Now that the picks are in, trying to understand who got the better end of the Julio Jones trade…

Trent Richardson and Brandon Weeden at the Browns introductory news conference/AP

One of the great unknowns in the NFL comes when teams make draft-day trades. One team is positive they are getting the better end, trading up to select the guy they want. The other team absolutely knows it made a smart move by trading back and loading up on picks.

As Patriots coach Bill Belichick said this weekend, “Each one is kind of its own independent decision.” So, it’s tough to compare trades in a vacuum. But we’d still like to know who got the better of each deal.

With that said, let’s look back at the biggest deal of the 2011 NFL Draft, since the loose ends were tied up this weekend. The Falcons traded up 21 spots, sending three picks from last year and two picks from this year to the Browns, to select Alabama WR Julio Jones at No. 6.

Jones is the player the Falcons think will put them over the edge, and he battled injuries to have 54 catches for 959 yards with eight touchdowns in 13 games. The Falcons lost an ugly playoff game to the Giants to end their season. There is still the future, though. Meanwhile, the Browns received the 27th pick, the 59th pick, and the 124th pick in last year’s draft. They also got the 22nd pick this year, and then the 118th pick this year.

So, now that all those picks have been made… who won the deal?

First, let’s break it down. What the Falcons got and gave up was simple. They got Jones, a dynamic receiver who excels catching the ball and is a fantastic downfield blocker. He hasn’t been the missing piece yet, but there is still time. But because of the pick, they lost out on making four other picks, perhaps hurting depth. And they didn’t have a first-rounder this year. They did, however, benefit from the play of Jones last year, whereas the Browns had no contribution from a Top 10 play as the Falcons did.

As for the Browns… what they received is complicated. Ready for this?

Here is a breakdown of each pick the Browns received from the Falcons:

27th pick, 2011 — It gets murky immediately. The Browns moved up from 27, trading a third-round pick to select NT Phil Taylor 21st overall. With 59 tackles and four sacks, Taylor emerged as a future key cog of this defense and the kind of player you build around. A potential star. Yet to move up, Cleveland sent a third-round to the Chiefs, who used the 70th pick to grab Georgia LB Justin Houston. With 56 tackles and five sacks, Houston looks like a keeper for the Chiefs. There’s no indication the Browns would have picked him, but when considering the value of the first-round pick they got from the Falcons, keep in mind the value of the third they lost and what it turned into.

59th pick, 2011 — The Browns drafted North Carolina receiver Greg Little, a 6-foot-2 receiver with some upside who contributed 61 catches for 709 yards and two TDs. Not Jones numbers, obviously, and he may never be Jones. But a player who they will use on offense.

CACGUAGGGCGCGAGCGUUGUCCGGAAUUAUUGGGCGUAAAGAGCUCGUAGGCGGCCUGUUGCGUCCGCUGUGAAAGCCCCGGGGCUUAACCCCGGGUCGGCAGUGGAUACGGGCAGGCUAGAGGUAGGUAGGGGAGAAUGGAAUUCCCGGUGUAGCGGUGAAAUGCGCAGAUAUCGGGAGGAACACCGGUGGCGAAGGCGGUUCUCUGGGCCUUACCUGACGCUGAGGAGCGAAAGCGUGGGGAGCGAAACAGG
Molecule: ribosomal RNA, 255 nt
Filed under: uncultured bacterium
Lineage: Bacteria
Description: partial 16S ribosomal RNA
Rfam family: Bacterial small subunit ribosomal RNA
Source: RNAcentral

124th pick, 2011 — This one went to fullback Owen Marecic, a Stanford grad who was a national media darling in college for playing both ways. He was a fullback and a linebacker, but he played mostly fullback [Ed. note: Error fixed.] with the Browns. He had just four carries, served as a blocker and replaced franchise stalwart Lawrence Vickers. Not easy. He contributed on special teams, too, but the jury is out whether he’ll have the desired impact blocking for Trent Richardson this year.

22nd pick, 2012 — With their second pick in the first round, the Browns took a chance on 28-year-old Oklahoma St. QB Brandon Weeden. This may be the wildcard in this whole deal. I have no idea what Weeden will become, though I’m skeptical because of the recent history of super-spread quarterbacks in similar systems who had gaudy numbers in college. Even Sam Bradford still needs to rid himself of that rep. But if Weeden replaces Colt McCoy (still technically on the roster, as of now) and shines, they will have done themselves quite well in this trade. If Weeden becomes a starter and a winner, even for five years or so, that’s a big victory. If McCoy beats him out or Weeden becomes an embattled starter fending off the ire of fans, this will not have worked out well. Duh.

118th pick, 2012 — This pick was traded to the Vikings, part of a throw-in to help the Browns move up and get Richardson at No. 3. And it worked. They grabbed him. Nevermind that they would’ve gotten him anyway, it still helped Cleveland make sure. So, this late-round pick played a part in a guy they think is going to turn around their franchise. That’s something. Better, I guess, than camp fodder.

What does all this mean?

Unfortunately, we still don’t know. Sigh. If the Falcons make a Super Bowl run this year or next year or next year, and Jones plays a big part, that’s a win. If the Browns put their franchise ┬áback together with this haul, using Richardson and Weeden as key parts, that’s a win. Actually, I guess both can claim victory. A year later, both teams think that’s the case.

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